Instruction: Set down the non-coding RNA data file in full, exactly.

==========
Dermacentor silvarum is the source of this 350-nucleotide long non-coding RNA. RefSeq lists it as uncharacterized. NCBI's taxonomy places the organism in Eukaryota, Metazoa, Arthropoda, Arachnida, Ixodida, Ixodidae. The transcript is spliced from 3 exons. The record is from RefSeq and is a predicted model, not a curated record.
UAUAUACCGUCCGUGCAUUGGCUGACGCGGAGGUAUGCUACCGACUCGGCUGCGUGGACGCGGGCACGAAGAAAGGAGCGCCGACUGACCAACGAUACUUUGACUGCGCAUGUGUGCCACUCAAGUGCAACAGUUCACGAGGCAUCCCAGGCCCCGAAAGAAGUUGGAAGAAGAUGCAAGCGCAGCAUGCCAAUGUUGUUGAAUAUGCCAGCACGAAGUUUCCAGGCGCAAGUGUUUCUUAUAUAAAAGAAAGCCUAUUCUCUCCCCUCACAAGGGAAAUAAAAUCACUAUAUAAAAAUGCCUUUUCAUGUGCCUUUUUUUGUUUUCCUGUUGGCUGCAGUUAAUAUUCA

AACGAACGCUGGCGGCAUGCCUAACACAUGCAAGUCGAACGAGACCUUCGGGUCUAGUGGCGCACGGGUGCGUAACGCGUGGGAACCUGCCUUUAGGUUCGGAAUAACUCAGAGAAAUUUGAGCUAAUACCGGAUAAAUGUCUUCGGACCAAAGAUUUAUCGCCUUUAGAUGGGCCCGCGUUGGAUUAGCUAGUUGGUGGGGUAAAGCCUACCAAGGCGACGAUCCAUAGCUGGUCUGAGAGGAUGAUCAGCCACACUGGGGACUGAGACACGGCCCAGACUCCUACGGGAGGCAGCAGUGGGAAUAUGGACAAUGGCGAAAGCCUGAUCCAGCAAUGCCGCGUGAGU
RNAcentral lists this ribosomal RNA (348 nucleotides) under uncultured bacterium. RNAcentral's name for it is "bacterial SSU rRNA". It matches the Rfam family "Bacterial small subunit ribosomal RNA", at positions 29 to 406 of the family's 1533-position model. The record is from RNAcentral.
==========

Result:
Dermacentor silvarum is the source of this 350-nucleotide long non-coding RNA. RefSeq lists it as uncharacterized. NCBI's taxonomy places the organism in Eukaryota, Metazoa, Arthropoda, Arachnida, Ixodida, Ixodidae. The transcript is spliced from 3 exons. The record is from RefSeq and is a predicted model, not a curated record.
UAUAUACCGUCCGUGCAUUGGCUGACGCGGAGGUAUGCUACCGACUCGGCUGCGUGGACGCGGGCACGAAGAAAGGAGCGCCGACUGACCAACGAUACUUUGACUGCGCAUGUGUGCCACUCAAGUGCAACAGUUCACGAGGCAUCCCAGGCCCCGAAAGAAGUUGGAAGAAGAUGCAAGCGCAGCAUGCCAAUGUUGUUGAAUAUGCCAGCACGAAGUUUCCAGGCGCAAGUGUUUCUUAUAUAAAAGAAAGCCUAUUCUCUCCCCUCACAAGGGAAAUAAAAUCACUAUAUAAAAAUGCCUUUUCAUGUGCCUUUUUUUGUUUUCCUGUUGGCUGCAGUUAAUAUUCA

AACGAACGCUGGCGGCAUGCCUAACACAUGCAAGUCGAACGAGACCUUCGGGUCUAGUGGCGCACGGGUGCGUAACGCGUGGGAACCUGCCUUUAGGUUCGGAAUAACUCAGAGAAAUUUGAGCUAAUACCGGAUAAAUGUCUUCGGACCAAAGAUUUAUCGCCUUUAGAUGGGCCCGCGUUGGAUUAGCUAGUUGGUGGGGUAAAGCCUACCAAGGCGACGAUCCAUAGCUGGUCUGAGAGGAUGAUCAGCCACACUGGGGACUGAGACACGGCCCAGACUCCUACGGGAGGCAGCAGUGGGAAUAUGGACAAUGGCGAAAGCCUGAUCCAGCAAUGCCGCGUGAGU
RNAcentral lists this ribosomal RNA (348 nucleotides) under uncultured bacterium. RNAcentral's name for it is "bacterial SSU rRNA". It matches the Rfam family "Bacterial small subunit ribosomal RNA", at positions 29 to 406 of the family's 1533-position model. The record is from RNAcentral.